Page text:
There have been quite a few tools around for finding stuff in a bunch of files, something I wanna do quite frequently. Which tool should we use? Let’s briefly compare four of the most well known tools, grep, git grep, ack and ag.
Grep is a command-line utility for searching plain-text data sets for lines matching a regular expression. Grep was originally developed for the Unix operating system, but is available today for all Unix-like systems. It’s what I’ve been using so far to search through source files. It can be slow in big repositories with many binary artifacts, even when telling grep to skip those. But on individual files it is blazingly fast.
Ack has started in 2005 as an improvement over grep. If you know GNU grep, you know most of ack’s switches, too. Word-only searching with -w, case-insensitive searching with -i, etcetera. However, I find that it’s not really an improvement over grep. The claimed improvements from betterthangrep.com are
- It’s fast | Ack is slow compared to Grep
- It’s portable | Grep is even available on the most ancient unix systems, and on windows via mingw or gitbash
- It ignores VCS directories | This is a file find feature, not a pattern match feature
- Better search results | I.e. a whitelist of filetypes, which I don’t find an improvement. Again, this is a file find feature.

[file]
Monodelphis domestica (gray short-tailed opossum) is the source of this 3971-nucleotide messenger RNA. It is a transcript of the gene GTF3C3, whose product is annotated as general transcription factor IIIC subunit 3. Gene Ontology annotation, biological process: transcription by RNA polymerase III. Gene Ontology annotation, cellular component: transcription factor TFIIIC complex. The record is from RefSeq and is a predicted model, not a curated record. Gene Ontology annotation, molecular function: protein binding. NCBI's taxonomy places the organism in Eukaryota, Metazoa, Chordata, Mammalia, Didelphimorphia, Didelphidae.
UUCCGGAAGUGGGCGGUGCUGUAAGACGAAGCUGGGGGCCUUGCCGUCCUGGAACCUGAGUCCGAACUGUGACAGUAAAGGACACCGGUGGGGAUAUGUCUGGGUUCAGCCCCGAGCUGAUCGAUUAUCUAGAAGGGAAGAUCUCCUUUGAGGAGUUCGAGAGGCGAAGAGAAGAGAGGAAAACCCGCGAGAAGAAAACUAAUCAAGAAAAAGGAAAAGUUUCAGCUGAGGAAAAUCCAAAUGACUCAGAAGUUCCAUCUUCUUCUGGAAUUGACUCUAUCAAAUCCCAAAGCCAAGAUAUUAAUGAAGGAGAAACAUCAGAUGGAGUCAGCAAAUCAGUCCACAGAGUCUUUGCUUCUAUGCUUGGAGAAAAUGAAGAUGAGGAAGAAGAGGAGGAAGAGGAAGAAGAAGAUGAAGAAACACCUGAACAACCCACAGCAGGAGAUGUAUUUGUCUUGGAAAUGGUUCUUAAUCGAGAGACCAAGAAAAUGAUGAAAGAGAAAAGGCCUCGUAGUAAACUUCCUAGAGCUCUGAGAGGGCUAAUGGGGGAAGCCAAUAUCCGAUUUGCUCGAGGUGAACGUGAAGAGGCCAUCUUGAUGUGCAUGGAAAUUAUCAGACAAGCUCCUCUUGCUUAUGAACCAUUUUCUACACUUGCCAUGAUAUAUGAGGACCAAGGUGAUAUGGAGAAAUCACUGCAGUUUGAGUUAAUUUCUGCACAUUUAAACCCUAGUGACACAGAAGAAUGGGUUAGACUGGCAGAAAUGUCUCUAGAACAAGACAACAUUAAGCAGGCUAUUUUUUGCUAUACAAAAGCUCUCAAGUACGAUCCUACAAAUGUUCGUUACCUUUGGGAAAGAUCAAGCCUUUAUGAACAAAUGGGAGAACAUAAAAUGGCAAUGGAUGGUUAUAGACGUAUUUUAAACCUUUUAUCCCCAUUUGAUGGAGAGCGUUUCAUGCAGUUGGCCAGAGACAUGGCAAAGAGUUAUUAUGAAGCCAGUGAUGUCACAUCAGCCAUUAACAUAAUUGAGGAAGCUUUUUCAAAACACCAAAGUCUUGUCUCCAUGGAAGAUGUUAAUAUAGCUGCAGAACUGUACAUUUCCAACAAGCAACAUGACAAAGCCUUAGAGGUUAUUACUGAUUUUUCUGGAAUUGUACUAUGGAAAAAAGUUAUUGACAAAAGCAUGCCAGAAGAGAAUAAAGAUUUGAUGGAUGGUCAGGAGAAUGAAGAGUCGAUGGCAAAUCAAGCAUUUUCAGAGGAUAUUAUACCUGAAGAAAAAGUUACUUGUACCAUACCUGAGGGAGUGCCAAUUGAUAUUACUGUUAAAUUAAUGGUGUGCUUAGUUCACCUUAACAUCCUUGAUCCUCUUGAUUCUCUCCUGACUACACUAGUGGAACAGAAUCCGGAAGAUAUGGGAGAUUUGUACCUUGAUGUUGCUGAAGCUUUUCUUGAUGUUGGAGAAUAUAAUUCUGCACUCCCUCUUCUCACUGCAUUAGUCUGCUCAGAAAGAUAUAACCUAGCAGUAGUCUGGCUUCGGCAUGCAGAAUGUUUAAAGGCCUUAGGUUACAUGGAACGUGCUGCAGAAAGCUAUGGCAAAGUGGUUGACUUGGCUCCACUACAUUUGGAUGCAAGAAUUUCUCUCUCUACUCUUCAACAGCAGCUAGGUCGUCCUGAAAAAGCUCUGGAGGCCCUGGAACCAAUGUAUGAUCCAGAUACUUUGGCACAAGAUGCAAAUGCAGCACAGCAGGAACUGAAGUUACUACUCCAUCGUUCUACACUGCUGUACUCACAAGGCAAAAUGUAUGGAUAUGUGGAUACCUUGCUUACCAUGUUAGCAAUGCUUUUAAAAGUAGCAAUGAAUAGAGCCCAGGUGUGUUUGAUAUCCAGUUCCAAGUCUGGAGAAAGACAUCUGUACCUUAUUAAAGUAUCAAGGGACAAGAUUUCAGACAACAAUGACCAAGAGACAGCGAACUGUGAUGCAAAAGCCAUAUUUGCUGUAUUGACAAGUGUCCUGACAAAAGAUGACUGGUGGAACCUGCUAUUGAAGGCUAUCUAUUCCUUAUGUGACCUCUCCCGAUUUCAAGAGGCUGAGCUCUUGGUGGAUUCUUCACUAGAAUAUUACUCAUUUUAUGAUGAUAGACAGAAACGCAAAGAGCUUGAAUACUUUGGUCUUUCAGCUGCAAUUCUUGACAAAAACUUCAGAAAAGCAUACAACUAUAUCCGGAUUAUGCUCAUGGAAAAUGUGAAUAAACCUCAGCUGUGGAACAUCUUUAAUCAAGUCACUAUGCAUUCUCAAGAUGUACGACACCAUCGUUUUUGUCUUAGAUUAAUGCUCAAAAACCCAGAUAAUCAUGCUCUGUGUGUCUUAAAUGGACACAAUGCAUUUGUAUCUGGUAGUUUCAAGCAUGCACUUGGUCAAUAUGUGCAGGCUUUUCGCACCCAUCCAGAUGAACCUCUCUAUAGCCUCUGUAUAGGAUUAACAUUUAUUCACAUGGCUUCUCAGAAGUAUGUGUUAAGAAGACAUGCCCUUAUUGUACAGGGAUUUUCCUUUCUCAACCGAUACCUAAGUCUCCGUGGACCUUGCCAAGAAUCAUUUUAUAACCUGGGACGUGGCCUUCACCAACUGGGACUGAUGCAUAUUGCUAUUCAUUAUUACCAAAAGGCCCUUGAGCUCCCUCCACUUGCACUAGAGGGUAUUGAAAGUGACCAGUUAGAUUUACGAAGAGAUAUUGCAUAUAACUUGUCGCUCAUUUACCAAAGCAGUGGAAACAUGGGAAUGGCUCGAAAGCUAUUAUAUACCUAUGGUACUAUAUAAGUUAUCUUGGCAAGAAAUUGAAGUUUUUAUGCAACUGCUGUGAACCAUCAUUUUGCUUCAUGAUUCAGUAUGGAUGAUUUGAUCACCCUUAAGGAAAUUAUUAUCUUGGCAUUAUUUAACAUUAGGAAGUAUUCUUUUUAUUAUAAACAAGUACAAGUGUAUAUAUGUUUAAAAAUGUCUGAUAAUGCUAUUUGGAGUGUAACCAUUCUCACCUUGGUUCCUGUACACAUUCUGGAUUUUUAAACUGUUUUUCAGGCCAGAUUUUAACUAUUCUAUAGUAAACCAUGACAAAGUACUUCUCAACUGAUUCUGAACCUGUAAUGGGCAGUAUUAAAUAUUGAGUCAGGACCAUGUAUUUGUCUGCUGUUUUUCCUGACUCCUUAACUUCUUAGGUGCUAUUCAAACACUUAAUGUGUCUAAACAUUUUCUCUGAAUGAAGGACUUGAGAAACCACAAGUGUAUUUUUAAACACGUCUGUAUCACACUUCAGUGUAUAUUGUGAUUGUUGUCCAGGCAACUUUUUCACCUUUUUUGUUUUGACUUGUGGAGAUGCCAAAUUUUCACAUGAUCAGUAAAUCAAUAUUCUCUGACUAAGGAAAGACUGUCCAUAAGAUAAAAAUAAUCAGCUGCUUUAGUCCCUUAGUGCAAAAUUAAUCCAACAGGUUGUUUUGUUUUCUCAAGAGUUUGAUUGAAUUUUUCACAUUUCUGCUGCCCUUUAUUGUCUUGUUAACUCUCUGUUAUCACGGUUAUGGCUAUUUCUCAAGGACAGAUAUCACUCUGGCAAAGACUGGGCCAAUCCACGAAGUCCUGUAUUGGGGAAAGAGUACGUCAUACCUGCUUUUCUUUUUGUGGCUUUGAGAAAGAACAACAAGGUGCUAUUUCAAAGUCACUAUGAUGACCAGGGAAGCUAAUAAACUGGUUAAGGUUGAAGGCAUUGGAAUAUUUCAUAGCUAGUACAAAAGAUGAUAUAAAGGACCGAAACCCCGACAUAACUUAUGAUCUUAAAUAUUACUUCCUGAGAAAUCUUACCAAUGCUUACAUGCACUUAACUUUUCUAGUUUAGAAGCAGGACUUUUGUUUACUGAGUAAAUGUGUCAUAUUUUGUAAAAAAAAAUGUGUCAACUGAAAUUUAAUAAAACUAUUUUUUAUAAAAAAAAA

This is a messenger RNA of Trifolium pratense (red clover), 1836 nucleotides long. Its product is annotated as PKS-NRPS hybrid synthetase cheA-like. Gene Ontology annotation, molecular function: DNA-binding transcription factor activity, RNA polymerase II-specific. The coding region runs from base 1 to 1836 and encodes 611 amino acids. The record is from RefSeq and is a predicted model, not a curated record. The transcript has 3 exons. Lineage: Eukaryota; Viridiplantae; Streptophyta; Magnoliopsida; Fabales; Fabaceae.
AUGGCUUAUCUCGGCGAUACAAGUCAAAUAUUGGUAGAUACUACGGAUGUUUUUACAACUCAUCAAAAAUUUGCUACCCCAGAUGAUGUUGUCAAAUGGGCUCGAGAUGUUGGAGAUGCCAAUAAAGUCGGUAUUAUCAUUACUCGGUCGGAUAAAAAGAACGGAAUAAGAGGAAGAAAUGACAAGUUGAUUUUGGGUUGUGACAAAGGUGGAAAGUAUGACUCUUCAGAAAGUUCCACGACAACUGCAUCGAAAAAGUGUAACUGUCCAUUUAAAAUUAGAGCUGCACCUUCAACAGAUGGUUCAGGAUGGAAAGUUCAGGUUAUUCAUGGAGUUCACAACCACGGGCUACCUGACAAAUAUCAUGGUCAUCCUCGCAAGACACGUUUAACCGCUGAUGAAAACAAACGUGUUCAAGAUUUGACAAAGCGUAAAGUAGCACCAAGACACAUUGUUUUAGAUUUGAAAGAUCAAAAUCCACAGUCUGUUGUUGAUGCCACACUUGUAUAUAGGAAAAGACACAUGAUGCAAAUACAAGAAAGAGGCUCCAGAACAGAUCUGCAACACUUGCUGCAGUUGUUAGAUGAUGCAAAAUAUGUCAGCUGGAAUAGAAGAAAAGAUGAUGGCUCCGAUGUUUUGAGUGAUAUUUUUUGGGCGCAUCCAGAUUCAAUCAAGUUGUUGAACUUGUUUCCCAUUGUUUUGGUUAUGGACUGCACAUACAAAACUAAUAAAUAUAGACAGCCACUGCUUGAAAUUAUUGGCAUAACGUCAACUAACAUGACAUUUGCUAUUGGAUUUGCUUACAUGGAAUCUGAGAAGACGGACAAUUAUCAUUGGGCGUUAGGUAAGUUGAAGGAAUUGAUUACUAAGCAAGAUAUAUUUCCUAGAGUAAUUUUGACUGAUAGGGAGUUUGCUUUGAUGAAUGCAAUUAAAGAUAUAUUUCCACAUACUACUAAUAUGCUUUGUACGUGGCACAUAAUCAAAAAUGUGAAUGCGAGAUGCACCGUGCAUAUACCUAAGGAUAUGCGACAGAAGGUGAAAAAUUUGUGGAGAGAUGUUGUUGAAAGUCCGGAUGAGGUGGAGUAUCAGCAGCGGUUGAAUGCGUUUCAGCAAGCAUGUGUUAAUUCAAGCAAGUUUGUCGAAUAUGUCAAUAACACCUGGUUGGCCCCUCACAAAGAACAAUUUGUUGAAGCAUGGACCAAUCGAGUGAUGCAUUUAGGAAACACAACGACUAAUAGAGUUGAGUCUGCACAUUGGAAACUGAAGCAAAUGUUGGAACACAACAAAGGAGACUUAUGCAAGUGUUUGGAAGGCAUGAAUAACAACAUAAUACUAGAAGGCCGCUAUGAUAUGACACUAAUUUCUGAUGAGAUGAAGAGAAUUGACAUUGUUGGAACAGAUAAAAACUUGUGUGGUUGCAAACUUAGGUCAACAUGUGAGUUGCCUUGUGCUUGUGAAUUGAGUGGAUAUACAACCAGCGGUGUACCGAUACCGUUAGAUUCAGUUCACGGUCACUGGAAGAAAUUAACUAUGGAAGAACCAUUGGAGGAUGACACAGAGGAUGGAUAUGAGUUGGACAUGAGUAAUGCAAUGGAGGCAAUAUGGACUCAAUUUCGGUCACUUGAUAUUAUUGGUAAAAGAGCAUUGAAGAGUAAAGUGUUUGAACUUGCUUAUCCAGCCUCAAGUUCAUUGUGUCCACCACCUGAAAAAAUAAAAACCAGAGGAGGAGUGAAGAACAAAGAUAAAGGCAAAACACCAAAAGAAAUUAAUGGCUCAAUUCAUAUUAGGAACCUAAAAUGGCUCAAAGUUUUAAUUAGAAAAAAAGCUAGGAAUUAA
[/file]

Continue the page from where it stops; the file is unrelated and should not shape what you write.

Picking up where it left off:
- Easy filetype specifications | This is a file find feature
- Creates lists of files without searching | This is a file find feature
- Match highlighting | Grep can do this with the –color switch
- Perl regular expressions | Grep can do this with the -P switch
- Command switches much like GNU grep | Well, guess what…
- “ack” is shorter than “grep” to type | alias ack=grep
So, Ack is slower and the easier CLI interface with slightly more advanced file finding features don’t justify the complete rewrite, that could have been just a CLI wrapper.
Ag is a mostly-compatible clone of Ack, started in 2011. Written in C, mostly by Geoff Greer. It uses tricks like pthreads, memory-mapped IO, Boyer-Moore-Horspool strstr(), and PCRE’s JIT to improve performance. It also supports some extra features, such as obeying gitignore/hgignore/svn:ignore.
The searching tool shipped with git, called ‘git grep’ defaults to searching in the files that are tracked by git. This is fast and convenient, since Git grep can easily search through previous revisions, although I rarely need this.
git grep foo HEAD^ git checkout HEAD^; grep -R foo .; git checkout --
Git grep also improves the way filetypes can be specified
git grep 'test 123' -- \*.cpp \*.h
as opposed to
grep 'test 123' --include=\*.cpp --include=\*.h
Most importantly, git grep is faster than ack and ag, since it both utilizes the VCS file index and the blazingly fast pattern match tool called grep. So, we should not use Ack or Ag, but stick with
alias gg=git grep -IPn --color # For searching in repositories alias gr=grep -rIPn --color # For searching outside outside repositories (or maybe non-tracked files)